Celebrating Relationships and Partnerships

06/19/2021 – K. D. Alden

Wednesday, April 10, 2019

2019 Wisconsin RWA Conference

Hi everyone! 

I am Young Adult and Middle Grade author Barbara Binns, writer of contemporary and realistic fiction for adolescents and teens. As my tagline says, I write Stories of Real Boys Growing Into Real Men - and the people who love them.  

This month, I want to talk about my trip to a writer's conference and the current issues with RWA, diversity and the Ritas/Golden Heart.

I spent the first weekend of April in Milwaukee, at the 2019 Wisconsin RWA Write Touch writer’s conference.  I began by attending the writer's intensive, a Friday session presented by Lisa Cron (http://wiredforstory.com/) on what readers really want. I don't know how she found the energy and stamina to lead us through an entire day.

Lisa talked with us about the importance of story to humanity. Storytelling is a part of every culture around the world. Story, she said, is the difference between what a character is willing to say out loud, and what they are really thinking about things they don’t say. As humans, we come to story with a question, what will this story teach that will help me survive. We want clues that will help us in both the physical world, and the social world, the land of interacting with other people. We search story for clues that will help us see ourselves and live our lives successfully.

Listening to that made me consider the lack of discussion about the RWA’s recent revelations about continuing problems in the Rita contest. When I arrived at the conference, I expected to hear gossip  on the subject. Mostly I heard loud, resounding silence. If attendees did talk about #RitasSoWhite, no one did so when I was around. Note, I saw only two other African American attendees and they were only signed up for the intensive. Once that ended, I found myself the only black person in the room. I can't help wondering if that was behind some of the silence on the subject. The one exception came during the final keynote address of the conference.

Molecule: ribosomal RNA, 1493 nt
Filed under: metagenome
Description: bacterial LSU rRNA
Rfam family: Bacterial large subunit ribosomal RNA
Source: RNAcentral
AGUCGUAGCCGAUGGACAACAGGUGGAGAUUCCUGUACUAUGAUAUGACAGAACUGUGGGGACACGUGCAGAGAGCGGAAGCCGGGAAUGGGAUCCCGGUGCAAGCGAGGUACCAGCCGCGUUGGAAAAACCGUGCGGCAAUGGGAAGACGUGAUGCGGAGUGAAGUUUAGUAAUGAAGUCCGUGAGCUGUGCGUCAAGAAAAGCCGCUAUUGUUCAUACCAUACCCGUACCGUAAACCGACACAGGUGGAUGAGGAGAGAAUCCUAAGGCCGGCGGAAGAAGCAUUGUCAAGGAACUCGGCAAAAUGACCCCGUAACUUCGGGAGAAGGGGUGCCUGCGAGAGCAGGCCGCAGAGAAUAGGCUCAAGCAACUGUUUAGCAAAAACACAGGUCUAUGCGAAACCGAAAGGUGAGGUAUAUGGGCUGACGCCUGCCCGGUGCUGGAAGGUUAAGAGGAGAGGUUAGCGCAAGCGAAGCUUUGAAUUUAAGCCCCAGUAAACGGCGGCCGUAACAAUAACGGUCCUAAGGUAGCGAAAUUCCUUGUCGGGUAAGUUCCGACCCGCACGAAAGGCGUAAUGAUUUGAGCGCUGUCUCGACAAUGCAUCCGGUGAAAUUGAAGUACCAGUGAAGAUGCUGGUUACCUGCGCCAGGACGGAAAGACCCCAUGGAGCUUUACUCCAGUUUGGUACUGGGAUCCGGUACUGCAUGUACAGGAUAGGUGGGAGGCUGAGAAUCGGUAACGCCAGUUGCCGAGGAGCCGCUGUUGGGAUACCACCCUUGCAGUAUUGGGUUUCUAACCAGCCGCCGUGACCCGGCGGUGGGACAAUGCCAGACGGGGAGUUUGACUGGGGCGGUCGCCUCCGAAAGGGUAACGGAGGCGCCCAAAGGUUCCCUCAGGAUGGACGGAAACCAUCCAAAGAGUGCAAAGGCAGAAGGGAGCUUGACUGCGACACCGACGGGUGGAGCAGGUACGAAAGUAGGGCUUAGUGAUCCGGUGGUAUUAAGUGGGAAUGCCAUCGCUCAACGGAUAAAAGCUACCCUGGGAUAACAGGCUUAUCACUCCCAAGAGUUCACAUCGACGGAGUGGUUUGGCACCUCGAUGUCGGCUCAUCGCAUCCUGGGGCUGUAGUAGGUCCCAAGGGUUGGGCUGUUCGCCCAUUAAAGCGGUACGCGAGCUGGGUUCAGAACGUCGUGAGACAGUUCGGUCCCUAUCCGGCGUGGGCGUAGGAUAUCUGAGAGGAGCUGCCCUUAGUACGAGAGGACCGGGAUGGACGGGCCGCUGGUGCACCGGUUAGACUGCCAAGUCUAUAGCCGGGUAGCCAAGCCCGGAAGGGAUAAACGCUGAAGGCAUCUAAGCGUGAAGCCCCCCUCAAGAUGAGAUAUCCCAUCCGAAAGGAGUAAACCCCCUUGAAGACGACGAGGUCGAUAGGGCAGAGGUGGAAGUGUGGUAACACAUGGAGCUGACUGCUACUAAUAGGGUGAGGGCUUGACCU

Angela Ackerman and Becca Puglisi, (https://writershelpingwriters.net) authors of the Emotional Thesauraus and a variety of companion books for writers. They discussed Emotional Wounds, the kinds authors inflict on our fictional creations. One kind of emotional wound they discussed with us is caused by a person being faced by an ongoing detrimental situation. Authors of color in the RWA have faced problematic ongoing situations for years. If this were characters in a romance story, the authors would be seeking ways to heal their emotional wounds.

The conference's keynote speaker Maya Rodale (http://www.mayarodale.com/) showed us the "formula" for romance novels. We all laughed at the reminder that too many outside the industry looked down on the romance genre and say the authors merely follow a formula, and therefore less than "real writers."

At the end of the final day, Maya gave a keynote address, that reminded us that we romance authors have superpowers. Other authors, largely male, of other genres may put our product down or claim romance authors don't really know how to write well. Those belittleing words get white RWA authors up in arms.

Unfortunately, when you exchange race for gender, too many are silent when romance writers of color, especially black authors, are downrated or ignored in the Golden Heart and Rita contests, the major awards for romance writers. When the issue is race instead of gender, numerous white RWA authors have said their African American counterparts couldn't cut it in the Ritas because they can’t write. Or maybe its because their black characters "aren't realistic." I have rarely seen assertions like those challenged by their fellow white RWA members, no matter what the statistics collected by the RWA organization say. The numbers are just a bleak for LGBT authors.

Maya Rodale reminded those present of the contract authors make with readers: to give them a chance to see themselves in a romance. We should use our power to ensure there is romance for everyone. That includes those who don't usually get to triumph in real life. People of color, the disabled, and those identifying as LGBT deserve to see themselves on the page, experiencing joy and getting a happily ever after.

It's not just about everyone rushing to write those characters their books. Especially if those characters is not authentic to them. Maya said, if authors do one thing, it is to read more books written by these authors. Read them with an open mind and see what the Ritas have been missing. Let yourself get swept up in stories about people who are different from you, and then, tell your friends about them. Then, everyone wins.